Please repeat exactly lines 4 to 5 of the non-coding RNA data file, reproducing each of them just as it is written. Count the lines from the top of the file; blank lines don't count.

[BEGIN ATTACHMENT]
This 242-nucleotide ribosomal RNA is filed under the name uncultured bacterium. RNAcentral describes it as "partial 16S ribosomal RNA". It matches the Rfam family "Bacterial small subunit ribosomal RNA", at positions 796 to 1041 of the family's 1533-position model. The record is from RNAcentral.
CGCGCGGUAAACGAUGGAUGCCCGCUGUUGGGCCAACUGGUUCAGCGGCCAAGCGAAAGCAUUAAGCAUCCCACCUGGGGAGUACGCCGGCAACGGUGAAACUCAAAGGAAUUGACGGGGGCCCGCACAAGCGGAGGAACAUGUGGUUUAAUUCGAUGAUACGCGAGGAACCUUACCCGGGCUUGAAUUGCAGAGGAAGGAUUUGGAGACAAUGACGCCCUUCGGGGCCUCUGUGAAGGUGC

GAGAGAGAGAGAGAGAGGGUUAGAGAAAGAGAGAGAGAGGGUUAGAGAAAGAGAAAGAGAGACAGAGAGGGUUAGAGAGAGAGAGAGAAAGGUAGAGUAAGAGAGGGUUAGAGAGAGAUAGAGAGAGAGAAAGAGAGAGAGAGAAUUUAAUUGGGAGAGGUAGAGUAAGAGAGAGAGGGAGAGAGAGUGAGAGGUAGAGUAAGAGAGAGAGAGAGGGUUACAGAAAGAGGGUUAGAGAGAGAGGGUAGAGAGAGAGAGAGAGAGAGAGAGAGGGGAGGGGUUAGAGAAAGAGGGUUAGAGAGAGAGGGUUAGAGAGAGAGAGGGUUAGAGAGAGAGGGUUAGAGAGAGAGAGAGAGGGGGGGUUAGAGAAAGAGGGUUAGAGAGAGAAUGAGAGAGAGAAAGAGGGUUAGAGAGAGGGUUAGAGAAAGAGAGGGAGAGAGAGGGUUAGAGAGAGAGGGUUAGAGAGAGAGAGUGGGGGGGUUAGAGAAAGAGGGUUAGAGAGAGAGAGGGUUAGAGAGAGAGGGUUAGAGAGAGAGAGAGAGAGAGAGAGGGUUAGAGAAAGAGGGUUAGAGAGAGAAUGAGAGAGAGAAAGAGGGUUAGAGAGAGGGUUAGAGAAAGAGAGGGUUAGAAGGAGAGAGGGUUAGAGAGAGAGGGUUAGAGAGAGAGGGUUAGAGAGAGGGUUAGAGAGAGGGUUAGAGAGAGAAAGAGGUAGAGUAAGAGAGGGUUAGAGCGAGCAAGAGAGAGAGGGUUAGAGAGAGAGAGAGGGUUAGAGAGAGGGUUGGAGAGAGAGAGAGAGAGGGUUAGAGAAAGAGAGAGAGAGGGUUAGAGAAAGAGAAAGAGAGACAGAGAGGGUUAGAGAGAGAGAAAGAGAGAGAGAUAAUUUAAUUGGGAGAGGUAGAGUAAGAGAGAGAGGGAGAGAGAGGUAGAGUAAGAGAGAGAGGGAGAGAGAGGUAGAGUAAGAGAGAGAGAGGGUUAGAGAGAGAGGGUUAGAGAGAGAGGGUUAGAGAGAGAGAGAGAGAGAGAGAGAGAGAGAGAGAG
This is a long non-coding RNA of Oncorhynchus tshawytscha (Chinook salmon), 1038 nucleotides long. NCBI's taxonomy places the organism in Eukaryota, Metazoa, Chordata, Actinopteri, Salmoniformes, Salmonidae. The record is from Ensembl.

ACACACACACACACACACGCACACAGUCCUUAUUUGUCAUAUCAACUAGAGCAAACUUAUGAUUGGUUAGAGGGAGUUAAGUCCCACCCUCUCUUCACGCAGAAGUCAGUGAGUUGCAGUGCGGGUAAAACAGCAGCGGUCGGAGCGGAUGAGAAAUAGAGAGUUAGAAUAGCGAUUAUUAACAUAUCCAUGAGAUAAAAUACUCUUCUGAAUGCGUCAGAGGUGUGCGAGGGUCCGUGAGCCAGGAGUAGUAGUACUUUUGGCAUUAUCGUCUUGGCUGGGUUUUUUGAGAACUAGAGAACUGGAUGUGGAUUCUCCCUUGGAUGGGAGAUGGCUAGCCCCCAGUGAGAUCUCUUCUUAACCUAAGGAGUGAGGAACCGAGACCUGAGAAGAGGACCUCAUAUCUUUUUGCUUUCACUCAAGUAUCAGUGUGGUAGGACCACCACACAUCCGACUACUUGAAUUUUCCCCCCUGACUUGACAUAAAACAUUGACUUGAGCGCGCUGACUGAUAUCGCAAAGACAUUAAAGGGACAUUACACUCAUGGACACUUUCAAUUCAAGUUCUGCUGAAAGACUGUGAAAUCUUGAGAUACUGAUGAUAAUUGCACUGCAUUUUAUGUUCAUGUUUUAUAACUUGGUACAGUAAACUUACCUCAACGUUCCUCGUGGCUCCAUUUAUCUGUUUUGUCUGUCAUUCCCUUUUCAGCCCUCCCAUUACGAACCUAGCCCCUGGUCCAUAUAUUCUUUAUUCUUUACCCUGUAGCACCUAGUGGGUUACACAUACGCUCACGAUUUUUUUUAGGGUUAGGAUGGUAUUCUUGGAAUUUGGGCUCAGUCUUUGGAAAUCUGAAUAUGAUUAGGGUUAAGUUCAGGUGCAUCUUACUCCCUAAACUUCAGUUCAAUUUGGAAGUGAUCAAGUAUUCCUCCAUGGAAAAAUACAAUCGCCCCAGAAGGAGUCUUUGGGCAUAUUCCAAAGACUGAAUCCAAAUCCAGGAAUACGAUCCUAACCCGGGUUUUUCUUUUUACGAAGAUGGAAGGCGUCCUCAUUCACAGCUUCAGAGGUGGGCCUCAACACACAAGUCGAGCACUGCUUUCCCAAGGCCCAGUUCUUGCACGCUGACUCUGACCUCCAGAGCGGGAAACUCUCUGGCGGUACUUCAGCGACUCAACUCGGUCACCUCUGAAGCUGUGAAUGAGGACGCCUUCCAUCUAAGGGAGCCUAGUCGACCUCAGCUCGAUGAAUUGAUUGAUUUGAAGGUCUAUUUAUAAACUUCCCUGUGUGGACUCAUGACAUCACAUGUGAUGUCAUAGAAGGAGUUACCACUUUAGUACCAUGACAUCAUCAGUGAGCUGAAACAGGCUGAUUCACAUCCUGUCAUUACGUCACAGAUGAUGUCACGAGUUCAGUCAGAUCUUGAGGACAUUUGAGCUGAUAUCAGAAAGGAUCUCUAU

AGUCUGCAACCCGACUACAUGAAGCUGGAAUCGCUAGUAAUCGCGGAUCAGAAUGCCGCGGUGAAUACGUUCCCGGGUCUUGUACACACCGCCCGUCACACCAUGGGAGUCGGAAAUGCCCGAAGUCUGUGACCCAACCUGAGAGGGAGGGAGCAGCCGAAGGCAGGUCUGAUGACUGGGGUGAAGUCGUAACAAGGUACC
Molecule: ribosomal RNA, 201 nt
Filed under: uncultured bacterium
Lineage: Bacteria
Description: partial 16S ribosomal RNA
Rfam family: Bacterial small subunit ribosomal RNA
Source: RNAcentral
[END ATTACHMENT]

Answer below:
This is a long non-coding RNA of Oncorhynchus tshawytscha (Chinook salmon), 1038 nucleotides long. NCBI's taxonomy places the organism in Eukaryota, Metazoa, Chordata, Actinopteri, Salmoniformes, Salmonidae. The record is from Ensembl.

ACACACACACACACACACGCACACAGUCCUUAUUUGUCAUAUCAACUAGAGCAAACUUAUGAUUGGUUAGAGGGAGUUAAGUCCCACCCUCUCUUCACGCAGAAGUCAGUGAGUUGCAGUGCGGGUAAAACAGCAGCGGUCGGAGCGGAUGAGAAAUAGAGAGUUAGAAUAGCGAUUAUUAACAUAUCCAUGAGAUAAAAUACUCUUCUGAAUGCGUCAGAGGUGUGCGAGGGUCCGUGAGCCAGGAGUAGUAGUACUUUUGGCAUUAUCGUCUUGGCUGGGUUUUUUGAGAACUAGAGAACUGGAUGUGGAUUCUCCCUUGGAUGGGAGAUGGCUAGCCCCCAGUGAGAUCUCUUCUUAACCUAAGGAGUGAGGAACCGAGACCUGAGAAGAGGACCUCAUAUCUUUUUGCUUUCACUCAAGUAUCAGUGUGGUAGGACCACCACACAUCCGACUACUUGAAUUUUCCCCCCUGACUUGACAUAAAACAUUGACUUGAGCGCGCUGACUGAUAUCGCAAAGACAUUAAAGGGACAUUACACUCAUGGACACUUUCAAUUCAAGUUCUGCUGAAAGACUGUGAAAUCUUGAGAUACUGAUGAUAAUUGCACUGCAUUUUAUGUUCAUGUUUUAUAACUUGGUACAGUAAACUUACCUCAACGUUCCUCGUGGCUCCAUUUAUCUGUUUUGUCUGUCAUUCCCUUUUCAGCCCUCCCAUUACGAACCUAGCCCCUGGUCCAUAUAUUCUUUAUUCUUUACCCUGUAGCACCUAGUGGGUUACACAUACGCUCACGAUUUUUUUUAGGGUUAGGAUGGUAUUCUUGGAAUUUGGGCUCAGUCUUUGGAAAUCUGAAUAUGAUUAGGGUUAAGUUCAGGUGCAUCUUACUCCCUAAACUUCAGUUCAAUUUGGAAGUGAUCAAGUAUUCCUCCAUGGAAAAAUACAAUCGCCCCAGAAGGAGUCUUUGGGCAUAUUCCAAAGACUGAAUCCAAAUCCAGGAAUACGAUCCUAACCCGGGUUUUUCUUUUUACGAAGAUGGAAGGCGUCCUCAUUCACAGCUUCAGAGGUGGGCCUCAACACACAAGUCGAGCACUGCUUUCCCAAGGCCCAGUUCUUGCACGCUGACUCUGACCUCCAGAGCGGGAAACUCUCUGGCGGUACUUCAGCGACUCAACUCGGUCACCUCUGAAGCUGUGAAUGAGGACGCCUUCCAUCUAAGGGAGCCUAGUCGACCUCAGCUCGAUGAAUUGAUUGAUUUGAAGGUCUAUUUAUAAACUUCCCUGUGUGGACUCAUGACAUCACAUGUGAUGUCAUAGAAGGAGUUACCACUUUAGUACCAUGACAUCAUCAGUGAGCUGAAACAGGCUGAUUCACAUCCUGUCAUUACGUCACAGAUGAUGUCACGAGUUCAGUCAGAUCUUGAGGACAUUUGAGCUGAUAUCAGAAAGGAUCUCUAU